The American Flag Is Honored With A Day Of Its Own

We have flown our American flag ever since June 14, 1777 which began as a beautiful design including 13 white stars in a circle on a field of blue and 13 red and white stripes representing each state. This flag is rumored to have been requested by then General George Washington who paid a visit to patriotic icon Betsy Ross. Mrs. Ross was an official flag maker for the Pennsylvania Navy and was asked to create a flag for the new nation. General Washington and Congress devised the basic layout for the flag but it was Betsy Ross that suggested each star have only five points instead of the initially suggested six “because the cloth could be folded and cut out with a single snip.”

By 1795 the American flag had acquired two additional stars and stripes, totaling 15 of each, to represent the inclusion of Vermont and Kentucky into the Union. This flag was used for 23 years (even though five more states would join the Union during that time) and was the only flag to include over 13 stripes. It was this 15 star flag that was flown during the War of 1812 and inspired the writing of the National Anthem but was retired in the year of 1818 and our flag returned to it’s original 13 stripes.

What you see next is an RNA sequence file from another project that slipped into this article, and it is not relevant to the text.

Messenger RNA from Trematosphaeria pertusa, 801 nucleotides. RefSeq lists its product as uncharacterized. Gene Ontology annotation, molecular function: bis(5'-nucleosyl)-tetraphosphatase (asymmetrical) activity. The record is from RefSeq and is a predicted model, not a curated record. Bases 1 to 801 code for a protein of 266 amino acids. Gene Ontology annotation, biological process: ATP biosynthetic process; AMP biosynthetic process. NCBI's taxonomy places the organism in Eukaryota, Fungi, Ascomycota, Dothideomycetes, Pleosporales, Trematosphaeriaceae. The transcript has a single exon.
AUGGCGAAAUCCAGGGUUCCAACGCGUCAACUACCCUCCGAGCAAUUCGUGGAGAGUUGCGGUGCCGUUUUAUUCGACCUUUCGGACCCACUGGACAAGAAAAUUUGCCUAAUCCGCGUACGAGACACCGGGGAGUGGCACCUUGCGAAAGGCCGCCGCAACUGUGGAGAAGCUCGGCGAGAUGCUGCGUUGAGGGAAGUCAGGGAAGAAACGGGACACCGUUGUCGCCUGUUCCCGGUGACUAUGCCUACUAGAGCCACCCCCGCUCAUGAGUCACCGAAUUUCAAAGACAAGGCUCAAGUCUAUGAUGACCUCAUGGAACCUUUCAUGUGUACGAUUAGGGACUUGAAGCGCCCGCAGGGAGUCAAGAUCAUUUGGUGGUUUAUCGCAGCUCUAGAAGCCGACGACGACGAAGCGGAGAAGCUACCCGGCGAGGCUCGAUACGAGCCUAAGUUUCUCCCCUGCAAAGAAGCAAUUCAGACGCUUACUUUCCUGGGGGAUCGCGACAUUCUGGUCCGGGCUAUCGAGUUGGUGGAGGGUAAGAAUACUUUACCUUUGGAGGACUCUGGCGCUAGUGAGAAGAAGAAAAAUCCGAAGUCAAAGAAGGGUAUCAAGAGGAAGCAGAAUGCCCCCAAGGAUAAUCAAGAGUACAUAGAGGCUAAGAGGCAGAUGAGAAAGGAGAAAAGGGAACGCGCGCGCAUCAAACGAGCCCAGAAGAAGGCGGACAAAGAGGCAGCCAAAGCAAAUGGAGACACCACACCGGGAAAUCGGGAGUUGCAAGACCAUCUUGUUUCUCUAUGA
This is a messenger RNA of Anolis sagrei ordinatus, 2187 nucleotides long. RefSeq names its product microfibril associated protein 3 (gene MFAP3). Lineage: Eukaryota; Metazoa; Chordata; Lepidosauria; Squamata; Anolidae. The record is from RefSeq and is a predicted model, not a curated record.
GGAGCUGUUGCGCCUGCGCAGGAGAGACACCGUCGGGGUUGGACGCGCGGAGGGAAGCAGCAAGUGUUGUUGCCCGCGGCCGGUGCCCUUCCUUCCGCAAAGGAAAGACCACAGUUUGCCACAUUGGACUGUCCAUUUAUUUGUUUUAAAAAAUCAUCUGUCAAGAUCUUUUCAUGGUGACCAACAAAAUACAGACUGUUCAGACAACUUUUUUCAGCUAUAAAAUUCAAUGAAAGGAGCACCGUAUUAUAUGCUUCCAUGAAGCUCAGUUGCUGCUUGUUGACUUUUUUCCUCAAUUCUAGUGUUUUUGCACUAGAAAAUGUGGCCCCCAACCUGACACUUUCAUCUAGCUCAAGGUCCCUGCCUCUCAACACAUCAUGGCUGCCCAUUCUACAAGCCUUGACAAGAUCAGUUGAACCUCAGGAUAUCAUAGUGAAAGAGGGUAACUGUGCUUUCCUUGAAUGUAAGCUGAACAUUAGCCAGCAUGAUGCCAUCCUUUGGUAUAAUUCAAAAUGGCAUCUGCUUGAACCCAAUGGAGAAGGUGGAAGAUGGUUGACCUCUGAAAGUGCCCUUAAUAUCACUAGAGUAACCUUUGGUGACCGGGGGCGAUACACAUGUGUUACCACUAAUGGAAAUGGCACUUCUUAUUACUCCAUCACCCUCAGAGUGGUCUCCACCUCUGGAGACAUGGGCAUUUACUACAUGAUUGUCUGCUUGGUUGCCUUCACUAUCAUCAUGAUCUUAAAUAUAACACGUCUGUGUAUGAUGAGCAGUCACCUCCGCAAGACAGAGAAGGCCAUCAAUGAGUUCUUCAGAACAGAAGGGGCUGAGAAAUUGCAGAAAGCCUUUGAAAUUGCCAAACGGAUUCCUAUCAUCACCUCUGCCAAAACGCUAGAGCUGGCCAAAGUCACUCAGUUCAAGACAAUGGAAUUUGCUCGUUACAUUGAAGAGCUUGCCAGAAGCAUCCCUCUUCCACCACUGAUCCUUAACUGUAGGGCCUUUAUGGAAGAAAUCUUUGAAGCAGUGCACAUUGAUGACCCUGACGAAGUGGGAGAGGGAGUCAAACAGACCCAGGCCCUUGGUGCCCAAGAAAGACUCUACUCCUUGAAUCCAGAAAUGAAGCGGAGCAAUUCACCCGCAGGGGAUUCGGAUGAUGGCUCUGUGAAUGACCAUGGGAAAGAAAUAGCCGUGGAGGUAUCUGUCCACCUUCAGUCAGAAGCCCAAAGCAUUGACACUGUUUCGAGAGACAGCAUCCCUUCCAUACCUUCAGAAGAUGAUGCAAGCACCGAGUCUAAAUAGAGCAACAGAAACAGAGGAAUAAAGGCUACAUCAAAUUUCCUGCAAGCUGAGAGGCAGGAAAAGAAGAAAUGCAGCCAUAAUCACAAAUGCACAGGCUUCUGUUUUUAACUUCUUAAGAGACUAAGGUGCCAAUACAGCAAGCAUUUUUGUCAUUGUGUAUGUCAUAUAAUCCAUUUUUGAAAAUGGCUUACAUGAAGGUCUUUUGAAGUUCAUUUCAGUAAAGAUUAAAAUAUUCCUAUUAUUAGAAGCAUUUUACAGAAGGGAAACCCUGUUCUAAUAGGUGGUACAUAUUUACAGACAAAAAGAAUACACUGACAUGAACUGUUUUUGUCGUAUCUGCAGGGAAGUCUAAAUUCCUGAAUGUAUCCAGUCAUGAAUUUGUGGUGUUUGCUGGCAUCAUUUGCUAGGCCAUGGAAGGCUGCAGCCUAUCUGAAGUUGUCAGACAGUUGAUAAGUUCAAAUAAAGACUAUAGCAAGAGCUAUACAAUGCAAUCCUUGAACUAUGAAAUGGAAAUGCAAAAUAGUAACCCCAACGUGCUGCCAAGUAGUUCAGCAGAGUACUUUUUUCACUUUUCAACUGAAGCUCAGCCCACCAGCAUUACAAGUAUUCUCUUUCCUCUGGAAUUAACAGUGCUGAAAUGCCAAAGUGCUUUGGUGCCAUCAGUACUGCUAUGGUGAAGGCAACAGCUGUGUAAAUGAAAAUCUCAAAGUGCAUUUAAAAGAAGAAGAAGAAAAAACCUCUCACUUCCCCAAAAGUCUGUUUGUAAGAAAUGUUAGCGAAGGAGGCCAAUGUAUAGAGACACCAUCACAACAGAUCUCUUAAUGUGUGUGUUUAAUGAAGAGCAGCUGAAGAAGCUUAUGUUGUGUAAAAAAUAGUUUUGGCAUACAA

Just because these flags existed does not mean that everyone observed them. It was the hard work and dedication of a 19 year old teacher named Bernard Cigrand that ultimately led to what we know as National Flag Day. Bernard first assigned essays to his pupils about the flag and its significance to them, creating awareness of the flag in his community, and later in June 1886 made a public proposal for the annual observance of the birth of the flag by writing an article called “The Fourteenth of June” in the Chicago Argus newspaper. His dreams were finally achieved when President Woodrow Wilson issued a proclamation for nationwide observance of the birth of the flag on June 14, 1916. However, it was not until August 1949 when President Harry Truman signed an Act of Congress proclaiming June 14 as the official Flag Day.

The American flag has changed in design many times over the centuries and now consists of 13 stripes alternating in red and white to represent the 13 original colonies that became the first states in the Union. There is also a blue rectangle in the upper corner that contains 50 small, white, five-pointed stars to represent the 50 states in the United States.

Celebrate our National Flag Day by flying your American flag high, with pride. Get your children involved… there are a ton of fun, patriotic flag crafts that they can create! See some craft ideas here.

“One flag, one land, one heart, one hand, one nation, evermore.” – Oliver Wendell Holmes